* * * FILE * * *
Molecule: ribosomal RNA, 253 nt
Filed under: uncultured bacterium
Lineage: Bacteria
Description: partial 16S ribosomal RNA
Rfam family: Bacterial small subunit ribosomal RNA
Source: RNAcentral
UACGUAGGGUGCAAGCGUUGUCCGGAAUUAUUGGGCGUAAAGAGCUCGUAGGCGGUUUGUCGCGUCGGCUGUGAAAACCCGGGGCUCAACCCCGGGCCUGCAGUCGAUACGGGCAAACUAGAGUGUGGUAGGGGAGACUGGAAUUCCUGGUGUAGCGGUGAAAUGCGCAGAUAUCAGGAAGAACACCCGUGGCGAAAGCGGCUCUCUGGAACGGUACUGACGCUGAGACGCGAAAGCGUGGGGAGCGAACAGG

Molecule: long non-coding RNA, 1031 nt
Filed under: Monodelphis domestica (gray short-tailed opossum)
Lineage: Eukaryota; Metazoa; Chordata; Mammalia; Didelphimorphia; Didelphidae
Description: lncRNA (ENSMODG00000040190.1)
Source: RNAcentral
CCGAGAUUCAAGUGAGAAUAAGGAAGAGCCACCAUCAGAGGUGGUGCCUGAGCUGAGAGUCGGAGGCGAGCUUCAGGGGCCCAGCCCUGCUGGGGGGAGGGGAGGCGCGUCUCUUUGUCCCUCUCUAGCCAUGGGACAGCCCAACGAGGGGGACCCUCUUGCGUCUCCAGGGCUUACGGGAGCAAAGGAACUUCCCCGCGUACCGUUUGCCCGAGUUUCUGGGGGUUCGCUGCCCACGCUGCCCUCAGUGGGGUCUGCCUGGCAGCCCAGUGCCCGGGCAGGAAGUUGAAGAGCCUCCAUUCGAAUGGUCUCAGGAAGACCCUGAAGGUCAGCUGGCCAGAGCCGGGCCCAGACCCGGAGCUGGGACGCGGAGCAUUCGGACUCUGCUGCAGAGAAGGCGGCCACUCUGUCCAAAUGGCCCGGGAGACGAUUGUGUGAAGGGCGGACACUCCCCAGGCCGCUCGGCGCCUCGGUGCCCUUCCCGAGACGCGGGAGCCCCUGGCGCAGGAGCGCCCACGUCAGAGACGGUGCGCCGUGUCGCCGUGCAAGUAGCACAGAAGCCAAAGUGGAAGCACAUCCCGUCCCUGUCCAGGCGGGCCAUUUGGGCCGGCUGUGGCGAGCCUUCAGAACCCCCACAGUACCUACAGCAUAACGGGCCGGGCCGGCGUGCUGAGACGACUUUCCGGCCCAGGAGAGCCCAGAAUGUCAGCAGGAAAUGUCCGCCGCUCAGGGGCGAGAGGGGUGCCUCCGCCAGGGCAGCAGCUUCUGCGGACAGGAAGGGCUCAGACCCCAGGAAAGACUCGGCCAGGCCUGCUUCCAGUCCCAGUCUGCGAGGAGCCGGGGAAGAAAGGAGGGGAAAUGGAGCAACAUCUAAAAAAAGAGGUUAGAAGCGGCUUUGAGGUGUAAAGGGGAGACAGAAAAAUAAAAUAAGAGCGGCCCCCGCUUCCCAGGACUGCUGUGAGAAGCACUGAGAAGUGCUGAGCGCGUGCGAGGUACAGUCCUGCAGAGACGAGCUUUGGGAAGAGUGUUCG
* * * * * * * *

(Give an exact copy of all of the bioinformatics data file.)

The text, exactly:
Molecule: ribosomal RNA, 253 nt
Filed under: uncultured bacterium
Lineage: Bacteria
Description: partial 16S ribosomal RNA
Rfam family: Bacterial small subunit ribosomal RNA
Source: RNAcentral
UACGUAGGGUGCAAGCGUUGUCCGGAAUUAUUGGGCGUAAAGAGCUCGUAGGCGGUUUGUCGCGUCGGCUGUGAAAACCCGGGGCUCAACCCCGGGCCUGCAGUCGAUACGGGCAAACUAGAGUGUGGUAGGGGAGACUGGAAUUCCUGGUGUAGCGGUGAAAUGCGCAGAUAUCAGGAAGAACACCCGUGGCGAAAGCGGCUCUCUGGAACGGUACUGACGCUGAGACGCGAAAGCGUGGGGAGCGAACAGG

Molecule: long non-coding RNA, 1031 nt
Filed under: Monodelphis domestica (gray short-tailed opossum)
Lineage: Eukaryota; Metazoa; Chordata; Mammalia; Didelphimorphia; Didelphidae
Description: lncRNA (ENSMODG00000040190.1)
Source: RNAcentral
CCGAGAUUCAAGUGAGAAUAAGGAAGAGCCACCAUCAGAGGUGGUGCCUGAGCUGAGAGUCGGAGGCGAGCUUCAGGGGCCCAGCCCUGCUGGGGGGAGGGGAGGCGCGUCUCUUUGUCCCUCUCUAGCCAUGGGACAGCCCAACGAGGGGGACCCUCUUGCGUCUCCAGGGCUUACGGGAGCAAAGGAACUUCCCCGCGUACCGUUUGCCCGAGUUUCUGGGGGUUCGCUGCCCACGCUGCCCUCAGUGGGGUCUGCCUGGCAGCCCAGUGCCCGGGCAGGAAGUUGAAGAGCCUCCAUUCGAAUGGUCUCAGGAAGACCCUGAAGGUCAGCUGGCCAGAGCCGGGCCCAGACCCGGAGCUGGGACGCGGAGCAUUCGGACUCUGCUGCAGAGAAGGCGGCCACUCUGUCCAAAUGGCCCGGGAGACGAUUGUGUGAAGGGCGGACACUCCCCAGGCCGCUCGGCGCCUCGGUGCCCUUCCCGAGACGCGGGAGCCCCUGGCGCAGGAGCGCCCACGUCAGAGACGGUGCGCCGUGUCGCCGUGCAAGUAGCACAGAAGCCAAAGUGGAAGCACAUCCCGUCCCUGUCCAGGCGGGCCAUUUGGGCCGGCUGUGGCGAGCCUUCAGAACCCCCACAGUACCUACAGCAUAACGGGCCGGGCCGGCGUGCUGAGACGACUUUCCGGCCCAGGAGAGCCCAGAAUGUCAGCAGGAAAUGUCCGCCGCUCAGGGGCGAGAGGGGUGCCUCCGCCAGGGCAGCAGCUUCUGCGGACAGGAAGGGCUCAGACCCCAGGAAAGACUCGGCCAGGCCUGCUUCCAGUCCCAGUCUGCGAGGAGCCGGGGAAGAAAGGAGGGGAAAUGGAGCAACAUCUAAAAAAAGAGGUUAGAAGCGGCUUUGAGGUGUAAAGGGGAGACAGAAAAAUAAAAUAAGAGCGGCCCCCGCUUCCCAGGACUGCUGUGAGAAGCACUGAGAAGUGCUGAGCGCGUGCGAGGUACAGUCCUGCAGAGACGAGCUUUGGGAAGAGUGUUCG